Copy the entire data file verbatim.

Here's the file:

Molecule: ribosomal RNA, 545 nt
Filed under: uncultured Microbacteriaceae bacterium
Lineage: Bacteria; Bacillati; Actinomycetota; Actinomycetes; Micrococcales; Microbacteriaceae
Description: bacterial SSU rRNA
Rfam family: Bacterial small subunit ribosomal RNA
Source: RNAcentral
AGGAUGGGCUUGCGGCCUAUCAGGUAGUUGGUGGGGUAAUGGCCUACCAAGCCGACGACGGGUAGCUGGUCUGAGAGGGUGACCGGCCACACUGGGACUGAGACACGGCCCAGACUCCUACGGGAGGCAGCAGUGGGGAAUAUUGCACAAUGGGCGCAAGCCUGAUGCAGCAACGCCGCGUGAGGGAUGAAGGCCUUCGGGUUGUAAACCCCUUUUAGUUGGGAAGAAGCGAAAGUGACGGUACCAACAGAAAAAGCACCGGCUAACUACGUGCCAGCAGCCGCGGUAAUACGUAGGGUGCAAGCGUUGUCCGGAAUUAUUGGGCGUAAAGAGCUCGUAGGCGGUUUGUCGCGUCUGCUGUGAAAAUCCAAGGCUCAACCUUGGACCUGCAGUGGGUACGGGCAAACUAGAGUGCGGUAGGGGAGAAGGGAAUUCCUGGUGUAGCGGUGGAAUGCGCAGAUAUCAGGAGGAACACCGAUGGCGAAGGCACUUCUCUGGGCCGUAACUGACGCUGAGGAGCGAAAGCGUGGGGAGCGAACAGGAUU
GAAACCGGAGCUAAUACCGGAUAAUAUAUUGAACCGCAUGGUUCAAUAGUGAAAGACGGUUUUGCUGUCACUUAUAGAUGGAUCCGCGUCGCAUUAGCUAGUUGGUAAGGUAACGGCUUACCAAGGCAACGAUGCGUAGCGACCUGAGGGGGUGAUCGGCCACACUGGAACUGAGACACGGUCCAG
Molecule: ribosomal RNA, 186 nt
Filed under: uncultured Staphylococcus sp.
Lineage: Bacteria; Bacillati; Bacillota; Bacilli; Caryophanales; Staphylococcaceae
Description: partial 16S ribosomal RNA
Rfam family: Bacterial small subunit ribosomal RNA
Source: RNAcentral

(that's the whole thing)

Molecule: ribosomal RNA, 545 nt
Filed under: uncultured Microbacteriaceae bacterium
Lineage: Bacteria; Bacillati; Actinomycetota; Actinomycetes; Micrococcales; Microbacteriaceae
Description: bacterial SSU rRNA
Rfam family: Bacterial small subunit ribosomal RNA
Source: RNAcentral
AGGAUGGGCUUGCGGCCUAUCAGGUAGUUGGUGGGGUAAUGGCCUACCAAGCCGACGACGGGUAGCUGGUCUGAGAGGGUGACCGGCCACACUGGGACUGAGACACGGCCCAGACUCCUACGGGAGGCAGCAGUGGGGAAUAUUGCACAAUGGGCGCAAGCCUGAUGCAGCAACGCCGCGUGAGGGAUGAAGGCCUUCGGGUUGUAAACCCCUUUUAGUUGGGAAGAAGCGAAAGUGACGGUACCAACAGAAAAAGCACCGGCUAACUACGUGCCAGCAGCCGCGGUAAUACGUAGGGUGCAAGCGUUGUCCGGAAUUAUUGGGCGUAAAGAGCUCGUAGGCGGUUUGUCGCGUCUGCUGUGAAAAUCCAAGGCUCAACCUUGGACCUGCAGUGGGUACGGGCAAACUAGAGUGCGGUAGGGGAGAAGGGAAUUCCUGGUGUAGCGGUGGAAUGCGCAGAUAUCAGGAGGAACACCGAUGGCGAAGGCACUUCUCUGGGCCGUAACUGACGCUGAGGAGCGAAAGCGUGGGGAGCGAACAGGAUU
GAAACCGGAGCUAAUACCGGAUAAUAUAUUGAACCGCAUGGUUCAAUAGUGAAAGACGGUUUUGCUGUCACUUAUAGAUGGAUCCGCGUCGCAUUAGCUAGUUGGUAAGGUAACGGCUUACCAAGGCAACGAUGCGUAGCGACCUGAGGGGGUGAUCGGCCACACUGGAACUGAGACACGGUCCAG
Molecule: ribosomal RNA, 186 nt
Filed under: uncultured Staphylococcus sp.
Lineage: Bacteria; Bacillati; Bacillota; Bacilli; Caryophanales; Staphylococcaceae
Description: partial 16S ribosomal RNA
Rfam family: Bacterial small subunit ribosomal RNA
Source: RNAcentral